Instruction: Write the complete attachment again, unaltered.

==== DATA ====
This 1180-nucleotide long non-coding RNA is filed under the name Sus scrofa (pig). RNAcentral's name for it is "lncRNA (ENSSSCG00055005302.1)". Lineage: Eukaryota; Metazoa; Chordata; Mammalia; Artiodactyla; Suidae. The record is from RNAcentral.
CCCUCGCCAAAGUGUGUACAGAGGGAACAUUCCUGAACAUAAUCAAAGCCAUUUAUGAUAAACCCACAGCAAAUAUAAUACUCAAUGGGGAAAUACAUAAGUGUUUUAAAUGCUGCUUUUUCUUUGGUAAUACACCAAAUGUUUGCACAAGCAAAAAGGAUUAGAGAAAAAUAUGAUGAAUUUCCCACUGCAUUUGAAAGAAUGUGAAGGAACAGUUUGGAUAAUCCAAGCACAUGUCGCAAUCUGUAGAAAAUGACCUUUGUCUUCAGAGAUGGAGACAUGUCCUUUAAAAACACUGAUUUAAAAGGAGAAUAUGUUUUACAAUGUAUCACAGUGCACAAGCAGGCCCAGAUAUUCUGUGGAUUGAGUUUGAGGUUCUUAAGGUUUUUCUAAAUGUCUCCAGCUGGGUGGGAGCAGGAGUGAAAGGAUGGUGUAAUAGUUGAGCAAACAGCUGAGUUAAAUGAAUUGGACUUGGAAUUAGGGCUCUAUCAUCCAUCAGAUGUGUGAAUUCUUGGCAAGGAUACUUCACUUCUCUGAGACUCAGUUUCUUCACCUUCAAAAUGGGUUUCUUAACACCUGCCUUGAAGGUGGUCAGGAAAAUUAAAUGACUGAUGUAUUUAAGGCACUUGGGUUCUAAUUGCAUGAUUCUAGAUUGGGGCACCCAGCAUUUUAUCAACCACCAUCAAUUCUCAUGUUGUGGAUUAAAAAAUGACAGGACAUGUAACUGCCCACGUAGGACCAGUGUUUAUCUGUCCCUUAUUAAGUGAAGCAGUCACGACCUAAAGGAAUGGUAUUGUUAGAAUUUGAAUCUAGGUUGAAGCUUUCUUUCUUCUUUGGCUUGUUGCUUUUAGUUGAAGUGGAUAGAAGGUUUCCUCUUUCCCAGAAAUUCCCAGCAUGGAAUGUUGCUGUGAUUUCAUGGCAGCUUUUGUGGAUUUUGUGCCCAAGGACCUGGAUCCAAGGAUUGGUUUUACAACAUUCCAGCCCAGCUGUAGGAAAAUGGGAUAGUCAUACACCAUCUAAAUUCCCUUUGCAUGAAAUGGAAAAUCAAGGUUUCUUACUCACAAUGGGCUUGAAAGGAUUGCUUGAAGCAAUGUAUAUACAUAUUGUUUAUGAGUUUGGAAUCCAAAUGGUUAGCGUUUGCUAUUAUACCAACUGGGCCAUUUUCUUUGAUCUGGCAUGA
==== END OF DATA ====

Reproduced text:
This 1180-nucleotide long non-coding RNA is filed under the name Sus scrofa (pig). RNAcentral's name for it is "lncRNA (ENSSSCG00055005302.1)". Lineage: Eukaryota; Metazoa; Chordata; Mammalia; Artiodactyla; Suidae. The record is from RNAcentral.
CCCUCGCCAAAGUGUGUACAGAGGGAACAUUCCUGAACAUAAUCAAAGCCAUUUAUGAUAAACCCACAGCAAAUAUAAUACUCAAUGGGGAAAUACAUAAGUGUUUUAAAUGCUGCUUUUUCUUUGGUAAUACACCAAAUGUUUGCACAAGCAAAAAGGAUUAGAGAAAAAUAUGAUGAAUUUCCCACUGCAUUUGAAAGAAUGUGAAGGAACAGUUUGGAUAAUCCAAGCACAUGUCGCAAUCUGUAGAAAAUGACCUUUGUCUUCAGAGAUGGAGACAUGUCCUUUAAAAACACUGAUUUAAAAGGAGAAUAUGUUUUACAAUGUAUCACAGUGCACAAGCAGGCCCAGAUAUUCUGUGGAUUGAGUUUGAGGUUCUUAAGGUUUUUCUAAAUGUCUCCAGCUGGGUGGGAGCAGGAGUGAAAGGAUGGUGUAAUAGUUGAGCAAACAGCUGAGUUAAAUGAAUUGGACUUGGAAUUAGGGCUCUAUCAUCCAUCAGAUGUGUGAAUUCUUGGCAAGGAUACUUCACUUCUCUGAGACUCAGUUUCUUCACCUUCAAAAUGGGUUUCUUAACACCUGCCUUGAAGGUGGUCAGGAAAAUUAAAUGACUGAUGUAUUUAAGGCACUUGGGUUCUAAUUGCAUGAUUCUAGAUUGGGGCACCCAGCAUUUUAUCAACCACCAUCAAUUCUCAUGUUGUGGAUUAAAAAAUGACAGGACAUGUAACUGCCCACGUAGGACCAGUGUUUAUCUGUCCCUUAUUAAGUGAAGCAGUCACGACCUAAAGGAAUGGUAUUGUUAGAAUUUGAAUCUAGGUUGAAGCUUUCUUUCUUCUUUGGCUUGUUGCUUUUAGUUGAAGUGGAUAGAAGGUUUCCUCUUUCCCAGAAAUUCCCAGCAUGGAAUGUUGCUGUGAUUUCAUGGCAGCUUUUGUGGAUUUUGUGCCCAAGGACCUGGAUCCAAGGAUUGGUUUUACAACAUUCCAGCCCAGCUGUAGGAAAAUGGGAUAGUCAUACACCAUCUAAAUUCCCUUUGCAUGAAAUGGAAAAUCAAGGUUUCUUACUCACAAUGGGCUUGAAAGGAUUGCUUGAAGCAAUGUAUAUACAUAUUGUUUAUGAGUUUGGAAUCCAAAUGGUUAGCGUUUGCUAUUAUACCAACUGGGCCAUUUUCUUUGAUCUGGCAUGA